Three stories on a parent’s love

By Samantha Pak
Northwest Asian Weekly Favorite Daughter
By Allen Say
Author A. Levine Books, 2013

With a name like Yuriko and a home in San Francisco, it’s safe to say you’re not going to meet many people who share your name. And for Yuriko, that has always been just fine.

Until one day, a new art teacher at school calls her “Eureka” by accident.

Her classmates begin to do the same and tease her about a photo of herself she brings into class as part of an assignment. She’s dressed in a red kimono but the other students tell her Japanese dolls in kimonos are supposed to have black hair, not blond like hers — even though she does have Japanese ancestry.

As a result of the teasing, Yuriko tells her father she wants to be called Michelle instead — a more common name. She also decides she doesn’t like school or art anymore, despite having loved them when she was Yuriko.

“Michelle’s” father helps her find herself as the two of them spend the weekend together and brainstorm ideas for an art project she has been assigned about the Golden Gate Bridge.

Although it’s clear her father prefers Yuriko to Michelle, he doesn’t force or demand her to change. Instead, he lets her make her own decisions on who she wants to be, showing his understanding as a father to let Yuriko figure things out for herself while he steps back to watch her grow.

While Yuriko starts out wanting to be the same as her classmates — even wanting to change her name to a more American one — she wants to do something different for her Golden Gate Bridge art project. Through this, Yuriko learns how being different isn’t such a bad thing after all, a great lesson to teach kids of all ages.

Although it is not outright mentioned, the story also implies that Yuriko’s parents are no longer together, and she only spends a few days a week with her father. In this modern day in which families come in all different forms, shapes, and sizes, this is a good way to show readers at a young age that being from a family that doesn’t fall under the “traditional” definition doesn’t mean your family is less special or that you don’t love each other any less. Babies Strike Back: How I Was Raised by a Tiger Mom but Could Not Be Turned to the Dark Side
By Kim Wong Keltner
William Morrow, 2013

Kim Wong Keltner grew up with a Tiger Mom. As a Tiger Baby, she was made to feel inferior, ashamed and just plain bad for merely existing — and many times as a result of what the other adults outside her immediate family would say to or about her.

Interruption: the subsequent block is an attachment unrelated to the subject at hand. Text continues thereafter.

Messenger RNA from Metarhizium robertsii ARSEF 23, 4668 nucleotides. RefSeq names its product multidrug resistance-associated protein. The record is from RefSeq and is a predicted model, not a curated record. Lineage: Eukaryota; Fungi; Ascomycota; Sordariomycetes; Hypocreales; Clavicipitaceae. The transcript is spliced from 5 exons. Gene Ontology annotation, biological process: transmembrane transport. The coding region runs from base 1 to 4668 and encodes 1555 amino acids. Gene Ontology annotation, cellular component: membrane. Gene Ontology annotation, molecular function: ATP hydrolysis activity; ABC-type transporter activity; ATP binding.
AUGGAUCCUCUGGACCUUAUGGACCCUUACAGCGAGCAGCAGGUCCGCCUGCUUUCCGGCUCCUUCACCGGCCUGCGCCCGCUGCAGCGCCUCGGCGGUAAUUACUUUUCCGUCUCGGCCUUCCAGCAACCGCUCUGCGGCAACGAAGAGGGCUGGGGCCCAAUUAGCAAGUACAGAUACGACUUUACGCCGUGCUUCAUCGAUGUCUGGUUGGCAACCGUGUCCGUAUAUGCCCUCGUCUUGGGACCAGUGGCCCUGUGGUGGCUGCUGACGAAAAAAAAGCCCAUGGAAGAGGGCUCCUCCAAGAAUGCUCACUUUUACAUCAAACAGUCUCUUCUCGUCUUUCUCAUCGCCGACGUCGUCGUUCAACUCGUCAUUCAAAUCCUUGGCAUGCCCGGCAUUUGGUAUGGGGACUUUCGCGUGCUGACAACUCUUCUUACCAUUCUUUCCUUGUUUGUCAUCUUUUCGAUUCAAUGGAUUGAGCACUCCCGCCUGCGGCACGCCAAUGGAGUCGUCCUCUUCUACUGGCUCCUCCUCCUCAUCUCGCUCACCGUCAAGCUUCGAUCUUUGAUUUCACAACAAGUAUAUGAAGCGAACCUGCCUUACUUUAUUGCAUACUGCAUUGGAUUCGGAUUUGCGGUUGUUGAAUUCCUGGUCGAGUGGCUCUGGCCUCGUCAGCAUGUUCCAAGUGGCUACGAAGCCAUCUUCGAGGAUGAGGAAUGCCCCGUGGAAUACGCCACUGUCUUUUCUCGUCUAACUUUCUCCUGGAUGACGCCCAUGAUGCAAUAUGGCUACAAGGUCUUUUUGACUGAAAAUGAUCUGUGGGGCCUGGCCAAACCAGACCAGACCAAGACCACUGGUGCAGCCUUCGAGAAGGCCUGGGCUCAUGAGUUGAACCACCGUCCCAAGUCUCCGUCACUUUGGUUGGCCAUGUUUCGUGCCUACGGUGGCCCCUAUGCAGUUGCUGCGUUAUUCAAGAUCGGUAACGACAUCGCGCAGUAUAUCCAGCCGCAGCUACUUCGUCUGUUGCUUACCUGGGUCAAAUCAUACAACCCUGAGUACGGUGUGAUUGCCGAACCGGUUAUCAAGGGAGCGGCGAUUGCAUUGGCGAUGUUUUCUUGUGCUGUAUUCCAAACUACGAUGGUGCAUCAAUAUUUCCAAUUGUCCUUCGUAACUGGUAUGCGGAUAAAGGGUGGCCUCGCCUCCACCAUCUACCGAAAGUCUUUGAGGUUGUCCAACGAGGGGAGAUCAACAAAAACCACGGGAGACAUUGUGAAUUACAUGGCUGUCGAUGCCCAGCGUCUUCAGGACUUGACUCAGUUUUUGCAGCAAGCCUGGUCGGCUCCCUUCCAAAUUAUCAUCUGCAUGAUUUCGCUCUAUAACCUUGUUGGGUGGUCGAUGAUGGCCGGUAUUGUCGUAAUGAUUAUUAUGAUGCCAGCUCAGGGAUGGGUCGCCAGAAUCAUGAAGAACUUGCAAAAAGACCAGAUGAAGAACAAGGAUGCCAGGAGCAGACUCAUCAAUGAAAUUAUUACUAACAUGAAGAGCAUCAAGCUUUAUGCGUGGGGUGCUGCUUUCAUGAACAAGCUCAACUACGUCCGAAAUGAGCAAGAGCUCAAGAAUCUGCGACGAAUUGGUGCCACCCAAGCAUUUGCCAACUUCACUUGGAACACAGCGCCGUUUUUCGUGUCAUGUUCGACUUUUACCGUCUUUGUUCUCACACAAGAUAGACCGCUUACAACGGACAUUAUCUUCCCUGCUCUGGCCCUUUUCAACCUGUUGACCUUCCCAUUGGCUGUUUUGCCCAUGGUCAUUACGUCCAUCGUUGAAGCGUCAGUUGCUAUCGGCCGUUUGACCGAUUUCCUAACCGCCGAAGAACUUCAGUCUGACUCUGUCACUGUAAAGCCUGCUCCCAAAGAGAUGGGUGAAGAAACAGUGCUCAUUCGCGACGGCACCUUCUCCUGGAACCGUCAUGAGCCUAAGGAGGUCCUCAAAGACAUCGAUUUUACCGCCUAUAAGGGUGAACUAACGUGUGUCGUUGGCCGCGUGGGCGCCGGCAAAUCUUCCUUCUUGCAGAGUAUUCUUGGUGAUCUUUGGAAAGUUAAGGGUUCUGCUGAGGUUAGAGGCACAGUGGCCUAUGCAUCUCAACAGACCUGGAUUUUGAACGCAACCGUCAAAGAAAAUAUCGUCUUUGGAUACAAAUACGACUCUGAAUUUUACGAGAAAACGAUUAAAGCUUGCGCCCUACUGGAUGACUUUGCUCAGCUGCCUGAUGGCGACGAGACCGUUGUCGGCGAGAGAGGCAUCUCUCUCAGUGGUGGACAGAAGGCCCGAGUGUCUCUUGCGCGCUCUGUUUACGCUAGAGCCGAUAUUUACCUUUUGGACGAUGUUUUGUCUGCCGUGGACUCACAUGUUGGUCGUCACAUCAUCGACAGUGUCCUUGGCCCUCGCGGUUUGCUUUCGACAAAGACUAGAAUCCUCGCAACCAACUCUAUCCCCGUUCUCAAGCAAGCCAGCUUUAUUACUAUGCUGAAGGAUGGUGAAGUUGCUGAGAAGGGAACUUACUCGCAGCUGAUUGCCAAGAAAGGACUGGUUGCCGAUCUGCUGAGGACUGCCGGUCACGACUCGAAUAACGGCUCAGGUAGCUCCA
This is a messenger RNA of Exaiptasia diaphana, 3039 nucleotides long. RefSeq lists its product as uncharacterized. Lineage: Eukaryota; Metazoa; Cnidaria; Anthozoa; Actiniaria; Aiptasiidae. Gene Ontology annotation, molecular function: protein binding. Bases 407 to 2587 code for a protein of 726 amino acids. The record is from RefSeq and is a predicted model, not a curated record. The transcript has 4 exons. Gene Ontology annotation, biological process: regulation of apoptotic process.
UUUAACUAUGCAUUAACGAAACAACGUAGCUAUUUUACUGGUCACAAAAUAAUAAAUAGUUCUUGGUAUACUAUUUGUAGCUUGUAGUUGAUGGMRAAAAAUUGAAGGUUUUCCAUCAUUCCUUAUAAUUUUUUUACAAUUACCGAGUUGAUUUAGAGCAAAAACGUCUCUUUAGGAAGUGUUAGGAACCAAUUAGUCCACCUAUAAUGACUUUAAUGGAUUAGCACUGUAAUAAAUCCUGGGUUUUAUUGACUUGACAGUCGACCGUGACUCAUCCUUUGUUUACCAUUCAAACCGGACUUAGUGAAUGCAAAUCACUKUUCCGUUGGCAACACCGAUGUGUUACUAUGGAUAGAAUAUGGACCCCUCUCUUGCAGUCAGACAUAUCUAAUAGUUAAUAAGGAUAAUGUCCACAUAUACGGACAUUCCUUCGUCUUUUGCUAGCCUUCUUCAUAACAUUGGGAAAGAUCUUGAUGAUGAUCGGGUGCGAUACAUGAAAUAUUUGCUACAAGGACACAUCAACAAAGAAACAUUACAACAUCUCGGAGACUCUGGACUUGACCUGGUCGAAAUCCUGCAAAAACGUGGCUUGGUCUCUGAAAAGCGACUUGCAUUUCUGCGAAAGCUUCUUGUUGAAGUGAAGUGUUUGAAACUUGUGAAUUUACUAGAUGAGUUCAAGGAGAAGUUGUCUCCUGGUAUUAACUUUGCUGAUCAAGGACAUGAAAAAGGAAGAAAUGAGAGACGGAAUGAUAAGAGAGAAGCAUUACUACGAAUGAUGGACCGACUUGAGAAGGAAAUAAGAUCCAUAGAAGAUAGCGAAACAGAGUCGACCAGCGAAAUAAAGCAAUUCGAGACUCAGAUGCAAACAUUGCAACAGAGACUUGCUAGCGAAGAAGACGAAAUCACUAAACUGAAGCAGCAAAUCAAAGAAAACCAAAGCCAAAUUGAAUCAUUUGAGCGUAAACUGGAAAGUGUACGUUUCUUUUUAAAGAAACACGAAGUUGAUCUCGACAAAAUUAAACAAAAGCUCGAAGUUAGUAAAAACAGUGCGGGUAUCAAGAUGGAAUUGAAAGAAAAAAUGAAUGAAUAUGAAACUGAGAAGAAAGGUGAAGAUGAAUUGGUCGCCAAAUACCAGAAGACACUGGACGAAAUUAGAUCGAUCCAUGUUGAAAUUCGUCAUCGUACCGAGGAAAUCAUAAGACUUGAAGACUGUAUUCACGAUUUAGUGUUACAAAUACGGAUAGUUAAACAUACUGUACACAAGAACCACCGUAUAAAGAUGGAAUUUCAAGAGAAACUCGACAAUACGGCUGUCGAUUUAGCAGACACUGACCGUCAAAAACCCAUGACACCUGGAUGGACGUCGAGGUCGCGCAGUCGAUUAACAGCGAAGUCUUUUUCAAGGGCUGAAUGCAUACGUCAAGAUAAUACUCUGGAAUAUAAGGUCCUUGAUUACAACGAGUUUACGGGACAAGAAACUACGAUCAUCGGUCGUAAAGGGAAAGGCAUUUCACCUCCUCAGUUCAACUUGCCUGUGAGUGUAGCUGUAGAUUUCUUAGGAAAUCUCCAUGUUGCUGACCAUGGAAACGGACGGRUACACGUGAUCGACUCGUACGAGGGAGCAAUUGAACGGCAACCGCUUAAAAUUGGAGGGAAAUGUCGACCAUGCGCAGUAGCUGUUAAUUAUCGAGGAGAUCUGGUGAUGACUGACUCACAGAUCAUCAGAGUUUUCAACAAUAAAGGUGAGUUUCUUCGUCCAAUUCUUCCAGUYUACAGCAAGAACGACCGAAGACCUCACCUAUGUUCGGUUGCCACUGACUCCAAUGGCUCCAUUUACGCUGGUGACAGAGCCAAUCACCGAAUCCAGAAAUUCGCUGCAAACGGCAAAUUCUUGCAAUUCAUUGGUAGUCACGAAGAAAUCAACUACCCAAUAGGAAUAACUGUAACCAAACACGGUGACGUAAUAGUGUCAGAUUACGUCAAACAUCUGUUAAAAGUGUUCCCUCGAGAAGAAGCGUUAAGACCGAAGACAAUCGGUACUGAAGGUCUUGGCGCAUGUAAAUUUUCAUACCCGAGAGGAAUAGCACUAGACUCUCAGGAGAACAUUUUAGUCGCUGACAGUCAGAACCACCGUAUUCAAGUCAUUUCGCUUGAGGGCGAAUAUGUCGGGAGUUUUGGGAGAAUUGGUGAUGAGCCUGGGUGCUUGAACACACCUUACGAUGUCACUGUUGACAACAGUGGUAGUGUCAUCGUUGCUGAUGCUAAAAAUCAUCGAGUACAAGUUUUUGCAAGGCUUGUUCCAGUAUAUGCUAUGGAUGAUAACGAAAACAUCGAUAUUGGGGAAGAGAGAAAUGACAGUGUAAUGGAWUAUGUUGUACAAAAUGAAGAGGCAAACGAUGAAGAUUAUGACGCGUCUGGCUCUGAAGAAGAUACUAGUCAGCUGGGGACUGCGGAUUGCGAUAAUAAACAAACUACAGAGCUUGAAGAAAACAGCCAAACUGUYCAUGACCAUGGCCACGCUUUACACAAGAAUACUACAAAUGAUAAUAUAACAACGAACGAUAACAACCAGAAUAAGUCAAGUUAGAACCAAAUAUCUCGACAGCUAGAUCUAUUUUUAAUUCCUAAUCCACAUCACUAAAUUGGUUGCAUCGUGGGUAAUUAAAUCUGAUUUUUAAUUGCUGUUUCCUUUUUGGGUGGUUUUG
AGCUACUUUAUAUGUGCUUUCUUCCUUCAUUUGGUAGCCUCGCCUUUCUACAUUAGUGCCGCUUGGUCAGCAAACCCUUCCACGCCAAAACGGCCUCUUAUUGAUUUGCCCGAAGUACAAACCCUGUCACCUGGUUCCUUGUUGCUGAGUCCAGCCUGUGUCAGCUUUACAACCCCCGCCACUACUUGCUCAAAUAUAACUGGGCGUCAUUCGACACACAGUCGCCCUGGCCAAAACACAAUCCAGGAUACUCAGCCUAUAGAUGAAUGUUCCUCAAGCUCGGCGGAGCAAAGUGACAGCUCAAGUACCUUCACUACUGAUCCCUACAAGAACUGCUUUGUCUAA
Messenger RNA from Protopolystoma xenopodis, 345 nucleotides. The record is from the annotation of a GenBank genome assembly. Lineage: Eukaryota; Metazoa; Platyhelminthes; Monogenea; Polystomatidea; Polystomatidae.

In “Tiger Babies Strike Back” Keltner recounts her life growing up Chinese American with extremely strict parents who raised her and her brothers as an extension of themselves. She shares stories of her mother constantly bragging about friends’ children (most of whom Keltner never knew or met) as a way to point out her own children’s faults. Keltner also states how she refuses to become a tiger mom herself and to be a more loving and emotionally accessible parent.

While the premise of the book can be viewed as Keltner taking the opportunity to bash her parents — and it initially has that sort of vibe as she discusses how they constantly berated her for various reasons — the book quickly becomes a story of how she came to terms with the way she was raised.

This becomes especially true when Keltner becomes a mother and begins to realize that her own mother sometimes acted the way she did as a result of the stress that comes from being a parent.

Not everyone grows up with tiger parents, but many of the aspects of Asian American life Keltner describes, such as often being compared to family friends’ children and the idea that what you do is a direct reflection of your parents, is very relatable. By writing about it, Keltner reaches out to others who may have had similar childhoods and shows them they are not alone and that you can survive. Elegy: A Father’s Letter of Sacrifice, Survival, and Love
By Stephen Jin-Nom Lee and Howard Webster
Watkins Publishing London, 2013

In 1955, Stephen Jin-Nom Lee wrote a letter to his four children, Amy, Huey, Rudy, and Yvonne.

Taking place from the beginning of the 20th Century all the way through China’s Cultural Revolution, Stephen shares in detail the story of his life as a way to show his sons and daughters how much he loved them.

With tales of famine, flood, corruption, war, and more, Stephen — with the help of his grandson-in-law Howard Webster, who worked to get the older man’s story published — recounts how he and his wife Belle struggled to survive the various events that threatened to tear their family apart. And although war, work, or other circumstances may have separated them geographically at times, there is never a doubt in the readers’ minds that everything Stephen does is for the love of his family.

“Canton Elegy” is the story of the lengths one man will go through to take care of his family and create a happy life for them. Some of the things the Lee family faced in addition to being separated at times included facing burglars and soldiers ransacking their homes for money, food, and more as well as seeing so-called friends’ true colors as their war-torn country leads truly desperate people to do whatever they need to survive.

The idea of writing a letter to share with one’s family at a later time is romantic in the classical sense.

In addition to sharing with his children his life story and what he went through, Stephen shows his children that even if he didn’t always express it, they were never far from his mind. Some people have difficulty expressing their feelings and a letter such as Stephen’s can be a way for them to do so in a way they are comfortable with. Stephen shows that even though someone is not exactly a “touchy-feely” person, it does not mean they love any less or that what they feel is any less strong. (end)

Samantha Pak can be reached at

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